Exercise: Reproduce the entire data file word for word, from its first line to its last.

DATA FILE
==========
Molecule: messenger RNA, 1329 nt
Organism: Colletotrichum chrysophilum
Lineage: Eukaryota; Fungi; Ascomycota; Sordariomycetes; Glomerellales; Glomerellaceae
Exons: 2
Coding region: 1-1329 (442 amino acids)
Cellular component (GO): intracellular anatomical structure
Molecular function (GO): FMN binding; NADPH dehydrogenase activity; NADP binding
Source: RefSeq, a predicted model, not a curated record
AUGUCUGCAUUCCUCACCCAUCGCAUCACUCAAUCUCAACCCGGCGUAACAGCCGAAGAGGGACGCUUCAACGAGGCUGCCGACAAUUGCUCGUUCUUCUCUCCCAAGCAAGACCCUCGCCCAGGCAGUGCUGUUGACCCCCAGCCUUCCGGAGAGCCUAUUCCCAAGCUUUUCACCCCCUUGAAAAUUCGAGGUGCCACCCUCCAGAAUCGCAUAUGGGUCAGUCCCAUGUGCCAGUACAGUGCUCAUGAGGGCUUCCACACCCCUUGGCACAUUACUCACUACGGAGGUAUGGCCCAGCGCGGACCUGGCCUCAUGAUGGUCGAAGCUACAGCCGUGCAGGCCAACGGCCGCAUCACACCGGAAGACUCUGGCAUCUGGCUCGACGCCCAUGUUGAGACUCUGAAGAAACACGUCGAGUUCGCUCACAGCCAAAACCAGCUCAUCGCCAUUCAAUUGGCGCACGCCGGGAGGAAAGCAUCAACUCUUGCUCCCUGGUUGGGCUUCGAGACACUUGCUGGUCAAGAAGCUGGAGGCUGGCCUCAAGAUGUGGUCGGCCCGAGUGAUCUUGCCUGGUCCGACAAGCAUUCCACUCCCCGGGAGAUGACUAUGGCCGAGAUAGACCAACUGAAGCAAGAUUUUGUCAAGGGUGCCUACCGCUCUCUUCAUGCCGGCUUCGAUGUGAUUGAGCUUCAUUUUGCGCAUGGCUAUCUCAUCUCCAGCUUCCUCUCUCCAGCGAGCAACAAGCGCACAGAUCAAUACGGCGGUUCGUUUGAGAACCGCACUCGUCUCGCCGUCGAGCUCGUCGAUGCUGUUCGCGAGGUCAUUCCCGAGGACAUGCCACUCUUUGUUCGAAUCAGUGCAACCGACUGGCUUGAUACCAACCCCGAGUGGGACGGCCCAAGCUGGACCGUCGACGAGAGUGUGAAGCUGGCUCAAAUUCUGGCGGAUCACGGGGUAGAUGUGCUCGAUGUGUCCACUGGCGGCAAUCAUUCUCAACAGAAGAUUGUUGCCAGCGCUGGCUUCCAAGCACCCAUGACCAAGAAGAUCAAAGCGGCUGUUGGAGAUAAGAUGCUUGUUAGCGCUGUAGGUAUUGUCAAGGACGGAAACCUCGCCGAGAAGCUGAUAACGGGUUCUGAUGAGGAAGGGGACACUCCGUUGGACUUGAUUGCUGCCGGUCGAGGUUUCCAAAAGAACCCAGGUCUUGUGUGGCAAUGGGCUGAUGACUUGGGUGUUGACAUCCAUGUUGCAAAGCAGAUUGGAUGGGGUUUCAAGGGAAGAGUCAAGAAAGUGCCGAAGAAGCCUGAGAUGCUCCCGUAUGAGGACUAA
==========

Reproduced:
Molecule: messenger RNA, 1329 nt
Organism: Colletotrichum chrysophilum
Lineage: Eukaryota; Fungi; Ascomycota; Sordariomycetes; Glomerellales; Glomerellaceae
Exons: 2
Coding region: 1-1329 (442 amino acids)
Cellular component (GO): intracellular anatomical structure
Molecular function (GO): FMN binding; NADPH dehydrogenase activity; NADP binding
Source: RefSeq, a predicted model, not a curated record
AUGUCUGCAUUCCUCACCCAUCGCAUCACUCAAUCUCAACCCGGCGUAACAGCCGAAGAGGGACGCUUCAACGAGGCUGCCGACAAUUGCUCGUUCUUCUCUCCCAAGCAAGACCCUCGCCCAGGCAGUGCUGUUGACCCCCAGCCUUCCGGAGAGCCUAUUCCCAAGCUUUUCACCCCCUUGAAAAUUCGAGGUGCCACCCUCCAGAAUCGCAUAUGGGUCAGUCCCAUGUGCCAGUACAGUGCUCAUGAGGGCUUCCACACCCCUUGGCACAUUACUCACUACGGAGGUAUGGCCCAGCGCGGACCUGGCCUCAUGAUGGUCGAAGCUACAGCCGUGCAGGCCAACGGCCGCAUCACACCGGAAGACUCUGGCAUCUGGCUCGACGCCCAUGUUGAGACUCUGAAGAAACACGUCGAGUUCGCUCACAGCCAAAACCAGCUCAUCGCCAUUCAAUUGGCGCACGCCGGGAGGAAAGCAUCAACUCUUGCUCCCUGGUUGGGCUUCGAGACACUUGCUGGUCAAGAAGCUGGAGGCUGGCCUCAAGAUGUGGUCGGCCCGAGUGAUCUUGCCUGGUCCGACAAGCAUUCCACUCCCCGGGAGAUGACUAUGGCCGAGAUAGACCAACUGAAGCAAGAUUUUGUCAAGGGUGCCUACCGCUCUCUUCAUGCCGGCUUCGAUGUGAUUGAGCUUCAUUUUGCGCAUGGCUAUCUCAUCUCCAGCUUCCUCUCUCCAGCGAGCAACAAGCGCACAGAUCAAUACGGCGGUUCGUUUGAGAACCGCACUCGUCUCGCCGUCGAGCUCGUCGAUGCUGUUCGCGAGGUCAUUCCCGAGGACAUGCCACUCUUUGUUCGAAUCAGUGCAACCGACUGGCUUGAUACCAACCCCGAGUGGGACGGCCCAAGCUGGACCGUCGACGAGAGUGUGAAGCUGGCUCAAAUUCUGGCGGAUCACGGGGUAGAUGUGCUCGAUGUGUCCACUGGCGGCAAUCAUUCUCAACAGAAGAUUGUUGCCAGCGCUGGCUUCCAAGCACCCAUGACCAAGAAGAUCAAAGCGGCUGUUGGAGAUAAGAUGCUUGUUAGCGCUGUAGGUAUUGUCAAGGACGGAAACCUCGCCGAGAAGCUGAUAACGGGUUCUGAUGAGGAAGGGGACACUCCGUUGGACUUGAUUGCUGCCGGUCGAGGUUUCCAAAAGAACCCAGGUCUUGUGUGGCAAUGGGCUGAUGACUUGGGUGUUGACAUCCAUGUUGCAAAGCAGAUUGGAUGGGGUUUCAAGGGAAGAGUCAAGAAAGUGCCGAAGAAGCCUGAGAUGCUCCCGUAUGAGGACUAA